Say Nothing: A True Story of Murder and Memory in Northern Ireland, by Patrick Radden Keefe

Eight stars

After reading a history-rich fictional pentalogy about the Irish struggles, I could not help but turn to Patrick Radden Keefe’s book. Keefe takes the reader into the heart of the Anglo-Irish conflict, particularly as it developed in Northern Ireland (or the North of Ireland, depending on which side you support). Keefe explores how the simmering tensions of the Irish Republican Army (IRA) against the British Army and Ulster (Protestant) majority in the six remaining counties turned out to be some of the bloodiest clashes of the entire push for a freed Ireland. Keefe explores all aspects of the fighting, from the creation of plots to harm and kill, to turning those who would otherwise be seen as British sympathisers, and even into the negotiations to bring about a lasting peace. Keefe lays out much of the details as seen through the eyes of the Northerners, painting degrees of abject poverty and constant concern by the Catholics, as well as their attempts to use blood and terror to bring British and the Ulsters to their knees. While the IRA and Sinn Fein (the political embodiment of the Cause) are not synonymous, Keefe connects some fairly large dots, particularly as it relates to Gerry Adams, long seen as the face of the fight in the 1970s through to 1999. A man who would not break, even when tortured, Adams did all he could to bring about a better understanding to the world about the plight of the Catholics in the North and how horrid things were for them under the British thumb. The campaign began to work, though the constant reporting of IRA violence or Ulster targeting of the Catholic population soured much of the support that began. As Keefe explores throughout, the IRA—both its long-standing version and the newer Provisional form—had its own internal problems, particularly power struggles as to how things ought to go. For some, no peace without all 32 counties united, while others saw that this could not happen with any degree of ease. There was also a strong push to make comparisons between the violence meted out on the streets of (London)Derry and Belfast and the cruel punishments that would be condemned elsewhere in the world. How could the British and Protestants act and the world would turn a blind eye? Keefe turns also to some of the revelations of the Boston College interviews, headed up by academics after a formal peace was secured. Stories that emerged when amnesty was provided helped flesh-out some of the darker and more violent aspects to life in the North over the close to three decades of hardcore fighting. However, some of the interviews were used by the British in legal settings to bring members of the IRA to justice for crimes committed, using a large loophole in the process. Even with peace established, new wars emerged, continuing to pit the IRA against the British. Told in raw and unapologetic honesty, Keefe tells a story that many readers would not otherwise believe while also being compelled to learn more. I strongly suggest anyone with an interest in learning more about the struggles in Ireland from the 1970s through to the present find this book and discover trove of sources and details likely not part of the mainstream narrative.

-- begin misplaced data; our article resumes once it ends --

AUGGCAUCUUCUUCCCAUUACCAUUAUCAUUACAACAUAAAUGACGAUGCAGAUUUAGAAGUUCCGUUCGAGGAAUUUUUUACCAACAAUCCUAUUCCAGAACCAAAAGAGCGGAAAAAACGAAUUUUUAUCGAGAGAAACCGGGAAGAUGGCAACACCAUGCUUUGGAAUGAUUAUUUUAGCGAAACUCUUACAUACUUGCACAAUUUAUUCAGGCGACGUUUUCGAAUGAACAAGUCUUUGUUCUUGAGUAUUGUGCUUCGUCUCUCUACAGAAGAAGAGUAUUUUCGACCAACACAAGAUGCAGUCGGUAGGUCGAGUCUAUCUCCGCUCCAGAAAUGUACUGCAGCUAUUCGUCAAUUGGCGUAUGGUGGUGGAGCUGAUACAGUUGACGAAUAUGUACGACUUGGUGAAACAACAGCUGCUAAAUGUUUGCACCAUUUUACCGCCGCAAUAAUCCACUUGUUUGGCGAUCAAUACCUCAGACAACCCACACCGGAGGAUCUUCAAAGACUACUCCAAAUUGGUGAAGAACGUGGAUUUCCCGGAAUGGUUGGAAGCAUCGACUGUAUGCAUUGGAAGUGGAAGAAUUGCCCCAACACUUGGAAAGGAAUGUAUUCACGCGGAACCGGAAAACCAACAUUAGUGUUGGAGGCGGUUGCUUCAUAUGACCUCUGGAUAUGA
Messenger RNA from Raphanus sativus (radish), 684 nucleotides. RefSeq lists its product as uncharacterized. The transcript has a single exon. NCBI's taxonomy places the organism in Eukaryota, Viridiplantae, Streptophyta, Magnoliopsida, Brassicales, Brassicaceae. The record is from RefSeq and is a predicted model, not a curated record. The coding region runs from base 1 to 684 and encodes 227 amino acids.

As I mentioned above, reading this book complemented my previous binge reading of a powerful five-novel series about the Irish struggles. I remember some of the heightened struggles in Ireland, mostly from news reports and loose historical documents. What Patrick Redden Keefe provides here is a strong and well-documented approach to the plight of the Irish in the North at the hands of the majority, providing the reader with a look at the oppressed that sought to push back against the majority. Keefe does not shield the bias, though some would say that this is the only way to get the story out there, to focus on those who were fighting for a cause, even if they also sought to use violence as a means to success. I have often wondered why sides must shed blood and bomb one another, how that could ever lead to lasting peace and change. Keefe’s book left me sympathising with some of the plight, though the use of random violence that took the lives of the innocent to prove a point does not sit well with me. Even two decades after formal peace has been established, this book rocked me and brought much of the buried narrative back to light. Stories and sentiments, as well as giving the reader and inside view into how things were run and what happened to those who did not obey. More than a primer on the subject, Keefe drawls on many sources and depicts the struggle as being not only real, but somewhat essential in order to have their voices heard. Through the blood and the bombing, the violence and the vindication, Keefe provides the reader with something sobering to give a difference perspective than many may have had. Long chapters provide the core of the book, though it sometimes takes a while to get the true sentiment across, thereby educating the reader effectively. The mighty British may appear prim and proper, but this St. Patrick’s Day, as I nurse a pint or two of Guinness, I’ll think a little harder about how the colonial power sought to control one of the last vestiges wanting independence and self-rule.

Kudos, Mr. Keefe, for a stunning book. I could not have asked for more and hope others will be as shocked and gobsmacked as I was while reading.

A Book for All Seasons, a different sort of Book Challenge: